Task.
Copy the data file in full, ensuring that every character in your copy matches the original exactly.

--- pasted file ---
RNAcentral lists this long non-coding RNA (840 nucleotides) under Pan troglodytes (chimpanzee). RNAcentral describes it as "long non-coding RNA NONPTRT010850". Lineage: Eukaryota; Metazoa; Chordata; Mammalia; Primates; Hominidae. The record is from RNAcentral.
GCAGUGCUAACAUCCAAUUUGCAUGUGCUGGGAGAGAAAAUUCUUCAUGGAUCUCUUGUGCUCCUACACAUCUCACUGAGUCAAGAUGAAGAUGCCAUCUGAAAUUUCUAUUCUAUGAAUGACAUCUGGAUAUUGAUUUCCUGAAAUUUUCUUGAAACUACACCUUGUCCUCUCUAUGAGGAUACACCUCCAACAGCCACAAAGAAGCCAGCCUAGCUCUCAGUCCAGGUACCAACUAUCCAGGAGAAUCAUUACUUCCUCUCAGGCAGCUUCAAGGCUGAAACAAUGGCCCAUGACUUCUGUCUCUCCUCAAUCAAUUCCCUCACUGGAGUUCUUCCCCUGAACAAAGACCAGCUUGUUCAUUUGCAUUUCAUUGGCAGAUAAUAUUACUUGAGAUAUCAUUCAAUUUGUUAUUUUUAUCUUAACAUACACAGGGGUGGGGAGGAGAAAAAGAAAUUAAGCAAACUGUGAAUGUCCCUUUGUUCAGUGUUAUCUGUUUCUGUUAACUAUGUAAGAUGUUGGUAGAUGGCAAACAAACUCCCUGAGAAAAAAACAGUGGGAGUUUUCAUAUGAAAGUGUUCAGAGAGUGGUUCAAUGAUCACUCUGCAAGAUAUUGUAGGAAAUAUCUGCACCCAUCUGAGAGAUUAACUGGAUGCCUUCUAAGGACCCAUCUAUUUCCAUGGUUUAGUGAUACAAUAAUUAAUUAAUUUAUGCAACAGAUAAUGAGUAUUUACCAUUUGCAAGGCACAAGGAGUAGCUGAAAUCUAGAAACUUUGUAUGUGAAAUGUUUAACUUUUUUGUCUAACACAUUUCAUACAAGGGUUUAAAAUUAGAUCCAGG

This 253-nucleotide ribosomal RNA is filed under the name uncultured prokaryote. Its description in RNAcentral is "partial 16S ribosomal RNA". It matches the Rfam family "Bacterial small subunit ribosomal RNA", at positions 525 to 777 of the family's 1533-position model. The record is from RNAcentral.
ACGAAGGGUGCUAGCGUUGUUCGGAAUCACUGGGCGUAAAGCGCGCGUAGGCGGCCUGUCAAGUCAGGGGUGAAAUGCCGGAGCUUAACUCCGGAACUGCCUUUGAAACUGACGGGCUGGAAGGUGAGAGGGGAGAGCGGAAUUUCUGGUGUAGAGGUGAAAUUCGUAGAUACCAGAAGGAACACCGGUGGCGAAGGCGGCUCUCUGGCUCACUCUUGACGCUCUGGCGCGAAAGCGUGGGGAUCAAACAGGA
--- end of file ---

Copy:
RNAcentral lists this long non-coding RNA (840 nucleotides) under Pan troglodytes (chimpanzee). RNAcentral describes it as "long non-coding RNA NONPTRT010850". Lineage: Eukaryota; Metazoa; Chordata; Mammalia; Primates; Hominidae. The record is from RNAcentral.
GCAGUGCUAACAUCCAAUUUGCAUGUGCUGGGAGAGAAAAUUCUUCAUGGAUCUCUUGUGCUCCUACACAUCUCACUGAGUCAAGAUGAAGAUGCCAUCUGAAAUUUCUAUUCUAUGAAUGACAUCUGGAUAUUGAUUUCCUGAAAUUUUCUUGAAACUACACCUUGUCCUCUCUAUGAGGAUACACCUCCAACAGCCACAAAGAAGCCAGCCUAGCUCUCAGUCCAGGUACCAACUAUCCAGGAGAAUCAUUACUUCCUCUCAGGCAGCUUCAAGGCUGAAACAAUGGCCCAUGACUUCUGUCUCUCCUCAAUCAAUUCCCUCACUGGAGUUCUUCCCCUGAACAAAGACCAGCUUGUUCAUUUGCAUUUCAUUGGCAGAUAAUAUUACUUGAGAUAUCAUUCAAUUUGUUAUUUUUAUCUUAACAUACACAGGGGUGGGGAGGAGAAAAAGAAAUUAAGCAAACUGUGAAUGUCCCUUUGUUCAGUGUUAUCUGUUUCUGUUAACUAUGUAAGAUGUUGGUAGAUGGCAAACAAACUCCCUGAGAAAAAAACAGUGGGAGUUUUCAUAUGAAAGUGUUCAGAGAGUGGUUCAAUGAUCACUCUGCAAGAUAUUGUAGGAAAUAUCUGCACCCAUCUGAGAGAUUAACUGGAUGCCUUCUAAGGACCCAUCUAUUUCCAUGGUUUAGUGAUACAAUAAUUAAUUAAUUUAUGCAACAGAUAAUGAGUAUUUACCAUUUGCAAGGCACAAGGAGUAGCUGAAAUCUAGAAACUUUGUAUGUGAAAUGUUUAACUUUUUUGUCUAACACAUUUCAUACAAGGGUUUAAAAUUAGAUCCAGG

This 253-nucleotide ribosomal RNA is filed under the name uncultured prokaryote. Its description in RNAcentral is "partial 16S ribosomal RNA". It matches the Rfam family "Bacterial small subunit ribosomal RNA", at positions 525 to 777 of the family's 1533-position model. The record is from RNAcentral.
ACGAAGGGUGCUAGCGUUGUUCGGAAUCACUGGGCGUAAAGCGCGCGUAGGCGGCCUGUCAAGUCAGGGGUGAAAUGCCGGAGCUUAACUCCGGAACUGCCUUUGAAACUGACGGGCUGGAAGGUGAGAGGGGAGAGCGGAAUUUCUGGUGUAGAGGUGAAAUUCGUAGAUACCAGAAGGAACACCGGUGGCGAAGGCGGCUCUCUGGCUCACUCUUGACGCUCUGGCGCGAAAGCGUGGGGAUCAAACAGGA